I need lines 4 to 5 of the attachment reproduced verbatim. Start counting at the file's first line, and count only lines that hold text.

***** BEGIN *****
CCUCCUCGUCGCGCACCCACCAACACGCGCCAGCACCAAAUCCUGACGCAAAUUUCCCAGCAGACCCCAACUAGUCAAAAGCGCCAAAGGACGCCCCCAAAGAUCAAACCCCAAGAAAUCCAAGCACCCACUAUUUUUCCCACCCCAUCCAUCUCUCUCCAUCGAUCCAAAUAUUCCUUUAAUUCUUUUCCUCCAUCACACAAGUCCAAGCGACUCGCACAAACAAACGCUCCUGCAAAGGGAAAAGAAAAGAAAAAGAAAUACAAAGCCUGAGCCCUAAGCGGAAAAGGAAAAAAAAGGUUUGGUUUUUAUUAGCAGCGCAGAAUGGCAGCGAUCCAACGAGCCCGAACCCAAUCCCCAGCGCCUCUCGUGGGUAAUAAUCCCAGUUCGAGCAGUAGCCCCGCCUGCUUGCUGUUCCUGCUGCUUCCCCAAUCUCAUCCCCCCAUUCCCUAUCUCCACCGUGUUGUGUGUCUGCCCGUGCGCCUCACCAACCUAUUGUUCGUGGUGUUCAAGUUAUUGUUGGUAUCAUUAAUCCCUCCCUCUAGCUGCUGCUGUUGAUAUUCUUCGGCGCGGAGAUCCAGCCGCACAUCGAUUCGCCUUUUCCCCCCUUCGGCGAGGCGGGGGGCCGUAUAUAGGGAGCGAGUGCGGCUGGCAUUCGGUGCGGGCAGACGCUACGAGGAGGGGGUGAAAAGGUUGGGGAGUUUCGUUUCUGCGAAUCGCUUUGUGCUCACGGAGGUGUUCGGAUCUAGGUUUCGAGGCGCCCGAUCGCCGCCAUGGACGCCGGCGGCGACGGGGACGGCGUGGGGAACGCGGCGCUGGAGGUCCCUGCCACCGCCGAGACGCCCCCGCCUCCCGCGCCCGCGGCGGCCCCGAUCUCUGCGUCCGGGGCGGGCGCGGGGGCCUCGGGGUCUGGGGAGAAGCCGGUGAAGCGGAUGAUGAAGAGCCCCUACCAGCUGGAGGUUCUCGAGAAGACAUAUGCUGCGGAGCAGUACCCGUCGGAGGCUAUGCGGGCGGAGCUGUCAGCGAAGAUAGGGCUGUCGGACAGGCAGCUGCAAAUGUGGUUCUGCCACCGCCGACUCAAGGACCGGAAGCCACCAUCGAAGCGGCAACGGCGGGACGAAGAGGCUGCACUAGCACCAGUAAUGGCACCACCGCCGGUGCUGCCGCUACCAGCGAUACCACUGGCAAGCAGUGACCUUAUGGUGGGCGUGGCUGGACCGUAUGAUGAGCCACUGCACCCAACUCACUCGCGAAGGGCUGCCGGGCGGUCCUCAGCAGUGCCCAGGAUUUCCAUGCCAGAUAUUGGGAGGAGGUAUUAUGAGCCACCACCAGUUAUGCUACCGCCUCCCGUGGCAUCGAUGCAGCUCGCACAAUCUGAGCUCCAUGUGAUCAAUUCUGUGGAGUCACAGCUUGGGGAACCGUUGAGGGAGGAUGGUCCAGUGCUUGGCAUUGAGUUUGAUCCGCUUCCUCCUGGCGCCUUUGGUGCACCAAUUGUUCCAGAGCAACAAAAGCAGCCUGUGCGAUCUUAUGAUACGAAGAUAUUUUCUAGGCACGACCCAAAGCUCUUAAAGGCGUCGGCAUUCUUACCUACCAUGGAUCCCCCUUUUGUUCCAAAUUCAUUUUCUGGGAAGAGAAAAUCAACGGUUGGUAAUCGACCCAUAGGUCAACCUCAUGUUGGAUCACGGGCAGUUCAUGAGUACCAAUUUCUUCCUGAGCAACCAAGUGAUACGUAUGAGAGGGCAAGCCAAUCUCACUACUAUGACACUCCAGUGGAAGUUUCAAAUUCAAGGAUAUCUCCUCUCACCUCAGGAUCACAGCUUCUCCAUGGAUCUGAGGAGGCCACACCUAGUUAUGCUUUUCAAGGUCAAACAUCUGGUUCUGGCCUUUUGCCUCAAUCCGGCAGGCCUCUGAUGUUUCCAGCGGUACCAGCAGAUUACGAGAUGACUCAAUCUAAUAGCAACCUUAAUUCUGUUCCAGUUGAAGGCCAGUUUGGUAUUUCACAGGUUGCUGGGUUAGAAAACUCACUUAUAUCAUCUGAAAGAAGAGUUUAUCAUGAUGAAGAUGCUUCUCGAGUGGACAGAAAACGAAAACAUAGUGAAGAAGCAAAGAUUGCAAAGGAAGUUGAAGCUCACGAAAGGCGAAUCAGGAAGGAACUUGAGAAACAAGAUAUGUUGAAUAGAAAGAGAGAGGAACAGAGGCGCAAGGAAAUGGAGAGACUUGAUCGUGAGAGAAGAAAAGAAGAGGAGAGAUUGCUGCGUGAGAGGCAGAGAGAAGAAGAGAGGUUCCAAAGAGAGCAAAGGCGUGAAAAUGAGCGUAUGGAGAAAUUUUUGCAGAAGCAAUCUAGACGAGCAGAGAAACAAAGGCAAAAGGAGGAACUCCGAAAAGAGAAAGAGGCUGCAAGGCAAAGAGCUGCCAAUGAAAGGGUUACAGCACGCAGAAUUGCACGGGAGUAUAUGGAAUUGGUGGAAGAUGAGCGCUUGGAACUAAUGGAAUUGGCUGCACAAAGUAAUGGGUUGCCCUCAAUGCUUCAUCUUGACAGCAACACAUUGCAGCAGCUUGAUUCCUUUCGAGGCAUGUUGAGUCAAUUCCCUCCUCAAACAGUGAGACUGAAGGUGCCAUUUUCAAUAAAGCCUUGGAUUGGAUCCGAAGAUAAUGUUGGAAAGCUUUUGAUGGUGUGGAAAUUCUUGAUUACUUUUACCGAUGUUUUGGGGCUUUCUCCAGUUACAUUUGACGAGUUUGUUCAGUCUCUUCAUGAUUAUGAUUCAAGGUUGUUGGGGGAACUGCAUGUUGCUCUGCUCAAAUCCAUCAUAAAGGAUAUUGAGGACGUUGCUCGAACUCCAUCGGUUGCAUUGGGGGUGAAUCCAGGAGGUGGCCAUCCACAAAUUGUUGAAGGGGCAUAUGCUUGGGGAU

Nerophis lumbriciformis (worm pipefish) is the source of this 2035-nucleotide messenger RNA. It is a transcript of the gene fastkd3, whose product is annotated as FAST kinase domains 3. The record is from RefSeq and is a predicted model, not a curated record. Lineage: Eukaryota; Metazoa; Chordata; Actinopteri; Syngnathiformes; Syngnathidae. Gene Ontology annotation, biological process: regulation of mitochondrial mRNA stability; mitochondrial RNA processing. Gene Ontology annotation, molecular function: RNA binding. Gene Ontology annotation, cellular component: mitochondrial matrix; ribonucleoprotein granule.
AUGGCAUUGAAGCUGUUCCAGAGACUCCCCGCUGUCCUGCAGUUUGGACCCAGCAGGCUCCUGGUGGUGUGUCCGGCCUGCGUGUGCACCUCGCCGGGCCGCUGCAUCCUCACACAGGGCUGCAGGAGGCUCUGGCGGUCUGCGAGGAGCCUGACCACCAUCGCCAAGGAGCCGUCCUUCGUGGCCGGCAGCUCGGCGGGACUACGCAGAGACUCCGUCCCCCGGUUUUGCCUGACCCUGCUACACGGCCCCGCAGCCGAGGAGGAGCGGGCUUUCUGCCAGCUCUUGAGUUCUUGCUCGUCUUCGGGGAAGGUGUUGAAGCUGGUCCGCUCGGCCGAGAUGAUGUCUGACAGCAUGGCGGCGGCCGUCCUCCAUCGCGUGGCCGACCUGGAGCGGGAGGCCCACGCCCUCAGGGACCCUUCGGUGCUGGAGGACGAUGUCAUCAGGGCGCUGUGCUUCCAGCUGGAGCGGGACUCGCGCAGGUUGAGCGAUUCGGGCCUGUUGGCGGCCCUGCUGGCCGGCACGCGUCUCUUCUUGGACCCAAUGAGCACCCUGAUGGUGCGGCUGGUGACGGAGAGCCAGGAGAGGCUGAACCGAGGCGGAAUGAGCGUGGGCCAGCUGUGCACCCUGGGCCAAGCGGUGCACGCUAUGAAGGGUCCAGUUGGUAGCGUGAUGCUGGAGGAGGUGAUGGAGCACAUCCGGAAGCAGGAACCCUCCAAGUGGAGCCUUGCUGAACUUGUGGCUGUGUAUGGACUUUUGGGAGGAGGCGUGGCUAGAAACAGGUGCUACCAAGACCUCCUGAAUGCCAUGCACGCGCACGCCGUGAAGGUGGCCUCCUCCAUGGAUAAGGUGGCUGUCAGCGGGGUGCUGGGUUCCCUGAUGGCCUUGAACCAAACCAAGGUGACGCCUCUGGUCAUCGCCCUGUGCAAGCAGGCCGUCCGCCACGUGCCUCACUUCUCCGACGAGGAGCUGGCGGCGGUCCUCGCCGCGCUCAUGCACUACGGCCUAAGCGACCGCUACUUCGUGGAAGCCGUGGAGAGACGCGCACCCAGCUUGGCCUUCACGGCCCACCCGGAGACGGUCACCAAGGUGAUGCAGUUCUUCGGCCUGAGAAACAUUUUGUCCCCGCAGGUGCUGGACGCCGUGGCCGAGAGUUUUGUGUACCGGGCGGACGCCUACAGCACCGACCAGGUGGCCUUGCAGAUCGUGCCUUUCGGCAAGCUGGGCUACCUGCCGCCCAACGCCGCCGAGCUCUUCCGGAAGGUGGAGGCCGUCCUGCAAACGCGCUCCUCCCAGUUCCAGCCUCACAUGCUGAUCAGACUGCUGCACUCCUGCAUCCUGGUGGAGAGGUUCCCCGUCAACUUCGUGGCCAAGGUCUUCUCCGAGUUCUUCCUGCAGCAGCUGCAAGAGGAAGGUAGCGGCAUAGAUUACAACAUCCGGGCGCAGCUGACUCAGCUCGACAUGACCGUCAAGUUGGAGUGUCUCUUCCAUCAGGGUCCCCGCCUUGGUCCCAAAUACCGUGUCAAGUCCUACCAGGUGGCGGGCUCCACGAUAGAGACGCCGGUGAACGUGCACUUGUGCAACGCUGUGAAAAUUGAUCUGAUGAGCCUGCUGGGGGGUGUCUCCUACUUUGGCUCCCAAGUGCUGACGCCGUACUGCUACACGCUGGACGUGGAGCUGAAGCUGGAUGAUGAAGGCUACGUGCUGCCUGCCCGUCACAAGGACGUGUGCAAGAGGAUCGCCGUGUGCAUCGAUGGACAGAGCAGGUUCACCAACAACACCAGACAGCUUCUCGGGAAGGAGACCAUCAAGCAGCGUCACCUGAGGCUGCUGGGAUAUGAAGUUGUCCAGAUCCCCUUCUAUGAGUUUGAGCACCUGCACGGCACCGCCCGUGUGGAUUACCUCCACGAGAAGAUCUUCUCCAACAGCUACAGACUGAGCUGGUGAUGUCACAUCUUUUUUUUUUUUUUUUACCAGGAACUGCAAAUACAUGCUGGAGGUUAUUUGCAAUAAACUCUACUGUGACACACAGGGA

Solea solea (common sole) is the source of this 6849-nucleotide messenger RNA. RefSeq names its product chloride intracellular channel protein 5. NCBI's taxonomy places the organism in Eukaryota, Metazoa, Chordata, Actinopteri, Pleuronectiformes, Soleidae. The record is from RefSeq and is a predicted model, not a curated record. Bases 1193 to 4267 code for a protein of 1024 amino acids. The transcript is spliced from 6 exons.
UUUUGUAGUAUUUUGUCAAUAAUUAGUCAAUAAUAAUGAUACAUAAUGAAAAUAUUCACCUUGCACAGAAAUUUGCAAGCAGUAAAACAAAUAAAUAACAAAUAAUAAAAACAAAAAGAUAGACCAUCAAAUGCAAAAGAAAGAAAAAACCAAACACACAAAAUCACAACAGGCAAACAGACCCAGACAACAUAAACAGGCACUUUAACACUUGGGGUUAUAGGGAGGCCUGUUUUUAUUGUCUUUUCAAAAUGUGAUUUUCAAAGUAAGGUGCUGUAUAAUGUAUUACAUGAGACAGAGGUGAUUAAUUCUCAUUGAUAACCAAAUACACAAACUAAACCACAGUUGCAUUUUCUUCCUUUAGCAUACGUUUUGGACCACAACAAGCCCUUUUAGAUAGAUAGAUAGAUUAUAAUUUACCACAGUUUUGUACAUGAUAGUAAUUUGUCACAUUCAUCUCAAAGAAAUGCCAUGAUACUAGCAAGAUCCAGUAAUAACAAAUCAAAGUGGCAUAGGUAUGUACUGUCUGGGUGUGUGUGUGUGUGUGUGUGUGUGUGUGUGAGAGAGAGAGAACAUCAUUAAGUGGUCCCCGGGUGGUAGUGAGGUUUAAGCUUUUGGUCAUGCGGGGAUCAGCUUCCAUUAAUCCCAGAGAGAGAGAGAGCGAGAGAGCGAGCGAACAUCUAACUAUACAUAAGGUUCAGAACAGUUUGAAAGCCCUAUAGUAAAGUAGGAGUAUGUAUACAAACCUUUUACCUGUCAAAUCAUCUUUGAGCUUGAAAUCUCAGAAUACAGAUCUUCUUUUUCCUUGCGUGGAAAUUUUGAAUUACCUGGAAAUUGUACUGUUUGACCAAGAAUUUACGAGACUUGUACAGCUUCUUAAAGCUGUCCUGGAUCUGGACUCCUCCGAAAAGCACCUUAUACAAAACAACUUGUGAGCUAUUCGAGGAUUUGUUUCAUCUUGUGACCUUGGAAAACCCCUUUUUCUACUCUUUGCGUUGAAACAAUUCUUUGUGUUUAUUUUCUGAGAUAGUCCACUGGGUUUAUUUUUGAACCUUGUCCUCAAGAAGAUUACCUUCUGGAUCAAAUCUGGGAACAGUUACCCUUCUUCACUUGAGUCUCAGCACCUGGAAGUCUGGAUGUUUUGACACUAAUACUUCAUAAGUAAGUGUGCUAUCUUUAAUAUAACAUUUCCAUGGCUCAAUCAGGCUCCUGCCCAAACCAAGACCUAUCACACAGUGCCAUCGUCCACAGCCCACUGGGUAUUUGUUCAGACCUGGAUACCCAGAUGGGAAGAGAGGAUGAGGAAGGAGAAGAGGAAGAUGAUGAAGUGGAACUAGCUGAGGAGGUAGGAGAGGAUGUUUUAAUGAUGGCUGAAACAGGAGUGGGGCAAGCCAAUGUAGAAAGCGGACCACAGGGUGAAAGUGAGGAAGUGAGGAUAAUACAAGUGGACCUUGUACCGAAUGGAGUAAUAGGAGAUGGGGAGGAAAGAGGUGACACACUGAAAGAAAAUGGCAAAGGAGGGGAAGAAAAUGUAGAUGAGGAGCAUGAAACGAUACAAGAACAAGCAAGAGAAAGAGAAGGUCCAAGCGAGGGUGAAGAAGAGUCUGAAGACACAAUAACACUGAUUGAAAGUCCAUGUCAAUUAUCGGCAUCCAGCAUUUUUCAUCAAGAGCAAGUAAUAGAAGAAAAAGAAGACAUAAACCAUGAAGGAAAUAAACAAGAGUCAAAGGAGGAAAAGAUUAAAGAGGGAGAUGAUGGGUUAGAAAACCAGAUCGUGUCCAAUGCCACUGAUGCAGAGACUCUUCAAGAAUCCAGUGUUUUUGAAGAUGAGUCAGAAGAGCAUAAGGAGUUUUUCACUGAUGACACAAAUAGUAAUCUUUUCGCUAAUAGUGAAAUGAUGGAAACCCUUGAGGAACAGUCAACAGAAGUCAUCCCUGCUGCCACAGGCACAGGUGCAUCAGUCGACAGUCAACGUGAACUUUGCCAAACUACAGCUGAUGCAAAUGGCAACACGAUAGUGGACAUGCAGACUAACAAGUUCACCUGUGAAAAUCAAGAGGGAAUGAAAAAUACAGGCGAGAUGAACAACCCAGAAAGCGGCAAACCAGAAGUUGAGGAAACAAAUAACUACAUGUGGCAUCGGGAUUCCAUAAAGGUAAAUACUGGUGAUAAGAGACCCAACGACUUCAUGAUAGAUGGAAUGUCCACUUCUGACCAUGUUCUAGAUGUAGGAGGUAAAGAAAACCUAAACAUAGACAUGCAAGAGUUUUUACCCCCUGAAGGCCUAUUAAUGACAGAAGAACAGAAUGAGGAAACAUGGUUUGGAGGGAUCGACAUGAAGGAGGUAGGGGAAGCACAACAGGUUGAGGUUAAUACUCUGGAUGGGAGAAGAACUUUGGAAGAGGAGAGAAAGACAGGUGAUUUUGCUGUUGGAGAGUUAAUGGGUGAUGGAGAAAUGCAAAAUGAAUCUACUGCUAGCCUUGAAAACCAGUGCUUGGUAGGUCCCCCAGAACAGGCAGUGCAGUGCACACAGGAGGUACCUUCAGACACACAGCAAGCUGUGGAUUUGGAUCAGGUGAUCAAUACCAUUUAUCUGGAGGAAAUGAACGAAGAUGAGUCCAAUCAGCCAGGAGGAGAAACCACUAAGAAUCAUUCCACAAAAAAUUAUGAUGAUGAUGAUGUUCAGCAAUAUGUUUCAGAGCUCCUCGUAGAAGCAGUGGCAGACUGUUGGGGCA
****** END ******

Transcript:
Solea solea (common sole) is the source of this 6849-nucleotide messenger RNA. RefSeq names its product chloride intracellular channel protein 5. NCBI's taxonomy places the organism in Eukaryota, Metazoa, Chordata, Actinopteri, Pleuronectiformes, Soleidae. The record is from RefSeq and is a predicted model, not a curated record. Bases 1193 to 4267 code for a protein of 1024 amino acids. The transcript is spliced from 6 exons.
UUUUGUAGUAUUUUGUCAAUAAUUAGUCAAUAAUAAUGAUACAUAAUGAAAAUAUUCACCUUGCACAGAAAUUUGCAAGCAGUAAAACAAAUAAAUAACAAAUAAUAAAAACAAAAAGAUAGACCAUCAAAUGCAAAAGAAAGAAAAAACCAAACACACAAAAUCACAACAGGCAAACAGACCCAGACAACAUAAACAGGCACUUUAACACUUGGGGUUAUAGGGAGGCCUGUUUUUAUUGUCUUUUCAAAAUGUGAUUUUCAAAGUAAGGUGCUGUAUAAUGUAUUACAUGAGACAGAGGUGAUUAAUUCUCAUUGAUAACCAAAUACACAAACUAAACCACAGUUGCAUUUUCUUCCUUUAGCAUACGUUUUGGACCACAACAAGCCCUUUUAGAUAGAUAGAUAGAUUAUAAUUUACCACAGUUUUGUACAUGAUAGUAAUUUGUCACAUUCAUCUCAAAGAAAUGCCAUGAUACUAGCAAGAUCCAGUAAUAACAAAUCAAAGUGGCAUAGGUAUGUACUGUCUGGGUGUGUGUGUGUGUGUGUGUGUGUGUGUGUGAGAGAGAGAGAACAUCAUUAAGUGGUCCCCGGGUGGUAGUGAGGUUUAAGCUUUUGGUCAUGCGGGGAUCAGCUUCCAUUAAUCCCAGAGAGAGAGAGAGCGAGAGAGCGAGCGAACAUCUAACUAUACAUAAGGUUCAGAACAGUUUGAAAGCCCUAUAGUAAAGUAGGAGUAUGUAUACAAACCUUUUACCUGUCAAAUCAUCUUUGAGCUUGAAAUCUCAGAAUACAGAUCUUCUUUUUCCUUGCGUGGAAAUUUUGAAUUACCUGGAAAUUGUACUGUUUGACCAAGAAUUUACGAGACUUGUACAGCUUCUUAAAGCUGUCCUGGAUCUGGACUCCUCCGAAAAGCACCUUAUACAAAACAACUUGUGAGCUAUUCGAGGAUUUGUUUCAUCUUGUGACCUUGGAAAACCCCUUUUUCUACUCUUUGCGUUGAAACAAUUCUUUGUGUUUAUUUUCUGAGAUAGUCCACUGGGUUUAUUUUUGAACCUUGUCCUCAAGAAGAUUACCUUCUGGAUCAAAUCUGGGAACAGUUACCCUUCUUCACUUGAGUCUCAGCACCUGGAAGUCUGGAUGUUUUGACACUAAUACUUCAUAAGUAAGUGUGCUAUCUUUAAUAUAACAUUUCCAUGGCUCAAUCAGGCUCCUGCCCAAACCAAGACCUAUCACACAGUGCCAUCGUCCACAGCCCACUGGGUAUUUGUUCAGACCUGGAUACCCAGAUGGGAAGAGAGGAUGAGGAAGGAGAAGAGGAAGAUGAUGAAGUGGAACUAGCUGAGGAGGUAGGAGAGGAUGUUUUAAUGAUGGCUGAAACAGGAGUGGGGCAAGCCAAUGUAGAAAGCGGACCACAGGGUGAAAGUGAGGAAGUGAGGAUAAUACAAGUGGACCUUGUACCGAAUGGAGUAAUAGGAGAUGGGGAGGAAAGAGGUGACACACUGAAAGAAAAUGGCAAAGGAGGGGAAGAAAAUGUAGAUGAGGAGCAUGAAACGAUACAAGAACAAGCAAGAGAAAGAGAAGGUCCAAGCGAGGGUGAAGAAGAGUCUGAAGACACAAUAACACUGAUUGAAAGUCCAUGUCAAUUAUCGGCAUCCAGCAUUUUUCAUCAAGAGCAAGUAAUAGAAGAAAAAGAAGACAUAAACCAUGAAGGAAAUAAACAAGAGUCAAAGGAGGAAAAGAUUAAAGAGGGAGAUGAUGGGUUAGAAAACCAGAUCGUGUCCAAUGCCACUGAUGCAGAGACUCUUCAAGAAUCCAGUGUUUUUGAAGAUGAGUCAGAAGAGCAUAAGGAGUUUUUCACUGAUGACACAAAUAGUAAUCUUUUCGCUAAUAGUGAAAUGAUGGAAACCCUUGAGGAACAGUCAACAGAAGUCAUCCCUGCUGCCACAGGCACAGGUGCAUCAGUCGACAGUCAACGUGAACUUUGCCAAACUACAGCUGAUGCAAAUGGCAACACGAUAGUGGACAUGCAGACUAACAAGUUCACCUGUGAAAAUCAAGAGGGAAUGAAAAAUACAGGCGAGAUGAACAACCCAGAAAGCGGCAAACCAGAAGUUGAGGAAACAAAUAACUACAUGUGGCAUCGGGAUUCCAUAAAGGUAAAUACUGGUGAUAAGAGACCCAACGACUUCAUGAUAGAUGGAAUGUCCACUUCUGACCAUGUUCUAGAUGUAGGAGGUAAAGAAAACCUAAACAUAGACAUGCAAGAGUUUUUACCCCCUGAAGGCCUAUUAAUGACAGAAGAACAGAAUGAGGAAACAUGGUUUGGAGGGAUCGACAUGAAGGAGGUAGGGGAAGCACAACAGGUUGAGGUUAAUACUCUGGAUGGGAGAAGAACUUUGGAAGAGGAGAGAAAGACAGGUGAUUUUGCUGUUGGAGAGUUAAUGGGUGAUGGAGAAAUGCAAAAUGAAUCUACUGCUAGCCUUGAAAACCAGUGCUUGGUAGGUCCCCCAGAACAGGCAGUGCAGUGCACACAGGAGGUACCUUCAGACACACAGCAAGCUGUGGAUUUGGAUCAGGUGAUCAAUACCAUUUAUCUGGAGGAAAUGAACGAAGAUGAGUCCAAUCAGCCAGGAGGAGAAACCACUAAGAAUCAUUCCACAAAAAAUUAUGAUGAUGAUGAUGUUCAGCAAUAUGUUUCAGAGCUCCUCGUAGAAGCAGUGGCAGACUGUUGGGGCA